With his rumpled raincoat, ever-present cigar, bumbling demeanour and Sherlock Holmesian powers of deduction, disarmingly polite homicide detective Lieutenant Columbo took on some of the most cunning murderers in Los Angeles, most of whom made one fatal, irrevocable mistake: underestimating his investigative genius.
An infamous 'psychic' abandons his public persona, outing himself as a fake, to focus on his work as a consultant for the California Bureau of Investigation in order to find "Red John," the madman who killed his wife and daughter.
The show follows a crime, usually adapted from current headlines, from two separate vantage points. The first half of the show concentrates on the investigation of the crime by the police, the second half follows the prosecution of the crime in court.
S. Epatha Merkerson,
Jesse L. Martin
Dr. Cal Lightman teaches a course in body language and makes an honest fortune exploiting it. He's employed by various public authorities in various investigations, doing more when the ... See full summary »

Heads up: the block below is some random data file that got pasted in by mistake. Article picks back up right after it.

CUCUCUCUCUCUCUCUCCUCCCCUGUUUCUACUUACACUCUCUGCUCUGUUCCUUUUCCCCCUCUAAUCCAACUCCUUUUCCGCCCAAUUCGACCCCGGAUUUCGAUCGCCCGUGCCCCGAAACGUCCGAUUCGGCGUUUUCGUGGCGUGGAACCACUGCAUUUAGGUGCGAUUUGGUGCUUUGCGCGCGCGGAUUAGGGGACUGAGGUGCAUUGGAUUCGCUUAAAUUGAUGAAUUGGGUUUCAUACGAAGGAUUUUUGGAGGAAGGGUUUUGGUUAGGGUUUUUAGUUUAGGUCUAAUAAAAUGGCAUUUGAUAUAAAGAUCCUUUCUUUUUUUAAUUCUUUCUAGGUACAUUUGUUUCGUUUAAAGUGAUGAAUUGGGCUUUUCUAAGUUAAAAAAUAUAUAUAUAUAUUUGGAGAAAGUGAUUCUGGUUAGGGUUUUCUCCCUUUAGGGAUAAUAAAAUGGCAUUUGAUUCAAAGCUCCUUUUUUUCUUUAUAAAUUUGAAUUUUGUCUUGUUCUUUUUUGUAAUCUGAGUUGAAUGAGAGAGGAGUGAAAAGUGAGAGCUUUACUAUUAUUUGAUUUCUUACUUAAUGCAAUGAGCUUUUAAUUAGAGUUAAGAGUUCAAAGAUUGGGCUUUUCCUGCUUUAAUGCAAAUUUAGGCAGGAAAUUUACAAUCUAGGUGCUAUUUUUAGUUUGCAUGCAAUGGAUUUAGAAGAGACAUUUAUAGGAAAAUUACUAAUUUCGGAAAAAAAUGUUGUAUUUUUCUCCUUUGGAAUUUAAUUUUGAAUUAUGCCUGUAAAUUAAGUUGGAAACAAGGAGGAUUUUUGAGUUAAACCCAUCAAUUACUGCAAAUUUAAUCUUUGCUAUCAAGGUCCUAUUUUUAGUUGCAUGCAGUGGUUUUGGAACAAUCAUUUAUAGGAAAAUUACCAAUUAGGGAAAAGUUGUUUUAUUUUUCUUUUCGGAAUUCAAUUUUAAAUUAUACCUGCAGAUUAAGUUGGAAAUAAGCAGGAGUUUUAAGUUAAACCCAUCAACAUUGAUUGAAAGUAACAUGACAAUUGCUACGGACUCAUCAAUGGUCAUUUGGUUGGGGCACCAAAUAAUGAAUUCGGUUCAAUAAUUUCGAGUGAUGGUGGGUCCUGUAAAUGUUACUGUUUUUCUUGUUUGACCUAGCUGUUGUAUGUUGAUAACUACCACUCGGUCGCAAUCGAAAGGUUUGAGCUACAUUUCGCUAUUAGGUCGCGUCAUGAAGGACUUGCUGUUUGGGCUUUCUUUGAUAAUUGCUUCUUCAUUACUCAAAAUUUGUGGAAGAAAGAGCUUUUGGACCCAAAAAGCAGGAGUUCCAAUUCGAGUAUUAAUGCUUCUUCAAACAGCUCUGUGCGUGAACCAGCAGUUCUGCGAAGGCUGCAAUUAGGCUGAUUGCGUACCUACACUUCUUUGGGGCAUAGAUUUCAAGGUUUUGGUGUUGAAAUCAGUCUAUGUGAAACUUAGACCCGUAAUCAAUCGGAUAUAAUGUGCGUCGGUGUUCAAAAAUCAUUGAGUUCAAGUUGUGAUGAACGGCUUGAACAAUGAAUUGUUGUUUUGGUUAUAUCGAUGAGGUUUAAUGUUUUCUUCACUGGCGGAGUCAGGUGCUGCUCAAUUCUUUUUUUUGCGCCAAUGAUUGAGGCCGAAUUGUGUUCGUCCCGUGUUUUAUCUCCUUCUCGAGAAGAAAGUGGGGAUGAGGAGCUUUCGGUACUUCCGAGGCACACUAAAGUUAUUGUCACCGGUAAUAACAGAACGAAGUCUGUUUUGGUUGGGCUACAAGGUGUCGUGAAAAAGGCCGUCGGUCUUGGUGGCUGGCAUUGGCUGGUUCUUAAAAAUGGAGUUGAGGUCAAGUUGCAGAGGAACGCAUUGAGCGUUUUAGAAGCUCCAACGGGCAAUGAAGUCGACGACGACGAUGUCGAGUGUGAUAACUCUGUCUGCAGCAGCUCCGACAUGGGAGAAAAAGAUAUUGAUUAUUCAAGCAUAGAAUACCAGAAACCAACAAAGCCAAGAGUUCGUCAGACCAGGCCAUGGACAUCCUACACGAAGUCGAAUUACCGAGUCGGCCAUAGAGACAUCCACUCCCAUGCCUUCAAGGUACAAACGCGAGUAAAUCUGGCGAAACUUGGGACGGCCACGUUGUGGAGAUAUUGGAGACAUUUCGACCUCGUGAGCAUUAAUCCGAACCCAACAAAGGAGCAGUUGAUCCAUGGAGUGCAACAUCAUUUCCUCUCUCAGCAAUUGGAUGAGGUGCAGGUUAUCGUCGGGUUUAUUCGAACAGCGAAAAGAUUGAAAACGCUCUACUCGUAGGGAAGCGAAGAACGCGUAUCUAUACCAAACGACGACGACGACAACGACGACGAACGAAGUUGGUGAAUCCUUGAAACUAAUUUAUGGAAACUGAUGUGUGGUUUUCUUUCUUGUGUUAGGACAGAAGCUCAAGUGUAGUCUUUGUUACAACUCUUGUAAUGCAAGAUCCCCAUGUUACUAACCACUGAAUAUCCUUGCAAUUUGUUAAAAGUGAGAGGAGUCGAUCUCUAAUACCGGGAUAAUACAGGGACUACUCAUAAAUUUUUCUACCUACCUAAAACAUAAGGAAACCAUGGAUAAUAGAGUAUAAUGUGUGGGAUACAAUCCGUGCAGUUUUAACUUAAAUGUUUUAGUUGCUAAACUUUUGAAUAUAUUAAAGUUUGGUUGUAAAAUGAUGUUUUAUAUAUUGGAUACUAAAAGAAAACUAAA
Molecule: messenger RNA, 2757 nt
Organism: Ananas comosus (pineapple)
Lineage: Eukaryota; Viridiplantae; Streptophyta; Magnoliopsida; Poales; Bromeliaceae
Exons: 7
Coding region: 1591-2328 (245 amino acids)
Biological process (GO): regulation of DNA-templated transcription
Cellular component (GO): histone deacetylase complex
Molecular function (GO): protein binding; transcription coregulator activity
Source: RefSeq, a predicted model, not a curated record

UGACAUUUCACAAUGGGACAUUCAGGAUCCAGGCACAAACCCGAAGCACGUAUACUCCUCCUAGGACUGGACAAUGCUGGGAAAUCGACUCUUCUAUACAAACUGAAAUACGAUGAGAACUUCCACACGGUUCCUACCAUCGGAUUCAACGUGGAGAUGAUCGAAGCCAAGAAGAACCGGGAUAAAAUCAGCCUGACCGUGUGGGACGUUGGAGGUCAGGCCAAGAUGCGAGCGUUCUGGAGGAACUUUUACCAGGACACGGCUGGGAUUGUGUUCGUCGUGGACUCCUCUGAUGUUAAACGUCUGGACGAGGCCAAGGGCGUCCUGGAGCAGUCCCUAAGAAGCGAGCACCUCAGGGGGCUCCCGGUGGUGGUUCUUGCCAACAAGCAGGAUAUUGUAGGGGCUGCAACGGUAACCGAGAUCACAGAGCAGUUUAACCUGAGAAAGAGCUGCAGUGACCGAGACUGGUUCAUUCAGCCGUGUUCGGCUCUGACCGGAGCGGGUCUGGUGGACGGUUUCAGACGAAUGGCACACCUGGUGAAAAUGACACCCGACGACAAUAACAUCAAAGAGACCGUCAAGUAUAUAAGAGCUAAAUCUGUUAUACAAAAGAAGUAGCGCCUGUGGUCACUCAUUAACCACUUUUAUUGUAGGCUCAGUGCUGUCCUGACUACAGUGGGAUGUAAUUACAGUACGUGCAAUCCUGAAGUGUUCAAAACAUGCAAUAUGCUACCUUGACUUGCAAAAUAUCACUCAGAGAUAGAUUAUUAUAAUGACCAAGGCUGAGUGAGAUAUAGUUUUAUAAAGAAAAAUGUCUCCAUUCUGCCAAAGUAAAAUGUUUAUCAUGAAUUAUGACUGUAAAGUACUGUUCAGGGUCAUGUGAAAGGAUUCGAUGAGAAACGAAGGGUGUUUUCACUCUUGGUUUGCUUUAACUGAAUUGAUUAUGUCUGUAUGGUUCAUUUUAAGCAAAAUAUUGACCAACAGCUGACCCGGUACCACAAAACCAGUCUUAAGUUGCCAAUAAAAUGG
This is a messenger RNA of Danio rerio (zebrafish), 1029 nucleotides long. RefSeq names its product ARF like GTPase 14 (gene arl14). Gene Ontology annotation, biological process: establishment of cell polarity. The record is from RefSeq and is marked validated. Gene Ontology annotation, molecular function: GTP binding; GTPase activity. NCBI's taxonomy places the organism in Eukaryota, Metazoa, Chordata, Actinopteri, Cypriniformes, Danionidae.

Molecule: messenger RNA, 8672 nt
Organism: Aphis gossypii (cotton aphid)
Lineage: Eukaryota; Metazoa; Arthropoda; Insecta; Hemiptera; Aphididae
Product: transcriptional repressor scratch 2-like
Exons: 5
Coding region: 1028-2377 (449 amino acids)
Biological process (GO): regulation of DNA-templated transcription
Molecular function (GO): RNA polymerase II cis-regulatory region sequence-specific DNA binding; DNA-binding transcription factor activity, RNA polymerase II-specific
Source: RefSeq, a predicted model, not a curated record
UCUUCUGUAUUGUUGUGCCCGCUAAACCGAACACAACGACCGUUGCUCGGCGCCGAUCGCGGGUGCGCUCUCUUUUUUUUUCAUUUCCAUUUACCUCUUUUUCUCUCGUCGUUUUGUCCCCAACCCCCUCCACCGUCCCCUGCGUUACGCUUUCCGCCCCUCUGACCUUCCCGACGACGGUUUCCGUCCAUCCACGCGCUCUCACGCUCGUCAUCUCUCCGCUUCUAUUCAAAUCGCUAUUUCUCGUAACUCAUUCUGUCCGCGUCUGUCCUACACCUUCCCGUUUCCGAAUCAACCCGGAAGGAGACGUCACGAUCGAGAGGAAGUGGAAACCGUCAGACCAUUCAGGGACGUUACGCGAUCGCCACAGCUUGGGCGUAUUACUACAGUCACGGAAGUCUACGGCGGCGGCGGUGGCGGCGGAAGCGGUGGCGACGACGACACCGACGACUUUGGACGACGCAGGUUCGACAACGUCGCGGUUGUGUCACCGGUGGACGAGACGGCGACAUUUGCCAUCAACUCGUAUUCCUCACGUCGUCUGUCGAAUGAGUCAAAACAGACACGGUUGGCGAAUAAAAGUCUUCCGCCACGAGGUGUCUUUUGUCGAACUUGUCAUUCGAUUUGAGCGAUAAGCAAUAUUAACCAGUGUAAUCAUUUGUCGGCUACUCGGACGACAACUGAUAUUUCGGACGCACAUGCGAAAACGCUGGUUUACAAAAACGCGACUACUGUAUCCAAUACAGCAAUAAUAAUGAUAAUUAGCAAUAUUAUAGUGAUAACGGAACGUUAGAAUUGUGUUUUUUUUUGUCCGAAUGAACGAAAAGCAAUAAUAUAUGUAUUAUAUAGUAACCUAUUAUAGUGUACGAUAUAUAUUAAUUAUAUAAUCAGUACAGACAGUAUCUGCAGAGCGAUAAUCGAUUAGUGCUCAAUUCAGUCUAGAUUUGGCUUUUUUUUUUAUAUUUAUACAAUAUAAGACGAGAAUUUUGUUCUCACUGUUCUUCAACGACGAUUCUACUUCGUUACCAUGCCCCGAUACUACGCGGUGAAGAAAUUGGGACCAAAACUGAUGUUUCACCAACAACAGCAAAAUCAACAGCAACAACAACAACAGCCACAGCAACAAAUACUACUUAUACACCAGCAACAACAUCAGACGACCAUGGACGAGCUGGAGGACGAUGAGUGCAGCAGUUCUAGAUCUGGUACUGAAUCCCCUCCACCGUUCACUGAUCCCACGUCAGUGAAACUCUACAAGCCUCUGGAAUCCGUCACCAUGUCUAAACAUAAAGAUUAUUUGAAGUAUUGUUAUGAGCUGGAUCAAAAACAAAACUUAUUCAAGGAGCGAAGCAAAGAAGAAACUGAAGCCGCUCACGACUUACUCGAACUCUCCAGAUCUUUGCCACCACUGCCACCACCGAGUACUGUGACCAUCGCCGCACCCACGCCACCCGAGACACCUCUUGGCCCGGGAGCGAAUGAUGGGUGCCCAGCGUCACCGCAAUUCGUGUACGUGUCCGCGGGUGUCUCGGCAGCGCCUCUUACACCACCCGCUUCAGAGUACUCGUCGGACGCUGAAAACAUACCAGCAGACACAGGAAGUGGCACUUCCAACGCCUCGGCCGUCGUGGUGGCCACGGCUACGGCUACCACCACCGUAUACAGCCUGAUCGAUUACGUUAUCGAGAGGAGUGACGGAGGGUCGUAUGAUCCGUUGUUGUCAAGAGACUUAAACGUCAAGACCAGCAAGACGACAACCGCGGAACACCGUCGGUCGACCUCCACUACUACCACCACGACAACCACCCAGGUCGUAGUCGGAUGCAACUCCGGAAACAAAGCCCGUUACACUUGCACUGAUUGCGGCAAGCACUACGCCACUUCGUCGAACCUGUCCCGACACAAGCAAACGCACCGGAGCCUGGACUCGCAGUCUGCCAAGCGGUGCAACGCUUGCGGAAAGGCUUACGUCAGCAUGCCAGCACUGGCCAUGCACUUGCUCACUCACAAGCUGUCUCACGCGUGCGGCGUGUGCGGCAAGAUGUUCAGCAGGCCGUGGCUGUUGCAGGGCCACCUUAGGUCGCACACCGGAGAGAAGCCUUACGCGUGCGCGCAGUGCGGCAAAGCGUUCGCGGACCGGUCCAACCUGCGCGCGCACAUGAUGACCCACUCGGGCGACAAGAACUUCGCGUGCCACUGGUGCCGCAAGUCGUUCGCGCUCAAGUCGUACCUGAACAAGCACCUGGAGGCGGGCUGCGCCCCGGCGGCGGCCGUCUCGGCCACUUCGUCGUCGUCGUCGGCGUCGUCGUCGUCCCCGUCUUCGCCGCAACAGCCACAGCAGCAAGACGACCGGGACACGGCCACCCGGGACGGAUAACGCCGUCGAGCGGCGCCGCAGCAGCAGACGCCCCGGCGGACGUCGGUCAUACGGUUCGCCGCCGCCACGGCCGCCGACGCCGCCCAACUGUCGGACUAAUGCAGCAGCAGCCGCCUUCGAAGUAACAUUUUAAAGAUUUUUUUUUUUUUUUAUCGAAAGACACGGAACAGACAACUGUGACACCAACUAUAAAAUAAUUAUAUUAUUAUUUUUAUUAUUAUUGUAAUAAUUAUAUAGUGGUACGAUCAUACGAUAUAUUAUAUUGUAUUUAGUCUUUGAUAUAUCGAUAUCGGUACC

While on a Mediterranean cruise, Poirot is asked to investigate the murder of one of the passengers, Mrs. Clapperton who is found stabbed in the chest in her stateroom. She was somewhat haughty and generally disliked by the other passengers. Her henpecked husband, Colonel Clapperton, was ashore for the entire day with two other passengers. General Forbes, who admits to having been in love with the dead woman when they knew each other many years before, says he was having a nap. Then there is Miss Ellie Henderson, who is attracted to Colonel Clapperton but whose wife is in the way of any possible relationship. With everyone having a reasonable alibi, it is left to Poirot to find the killer. Written by
When a woman is murdered on a ship cruising around Egypt, the captain asks Hercule Poirot - who happens to be on board, along with Captain Hastings - to investigate the matter.
This episode boasts the usual high production values, but the mystery itself is transparent. It all relies on a single gimmick, and I was able to call it as soon as it was happening on the screen. Since I'm far from an expert at solving murder mysteries, I imagine that most viewers will solve this one prematurely, too. That leaves us in the position of being AHEAD of Poirot - a position as infrequent as it is undesirable. At least the actual revelation is done in an interestingly offbeat way. (**1/2)
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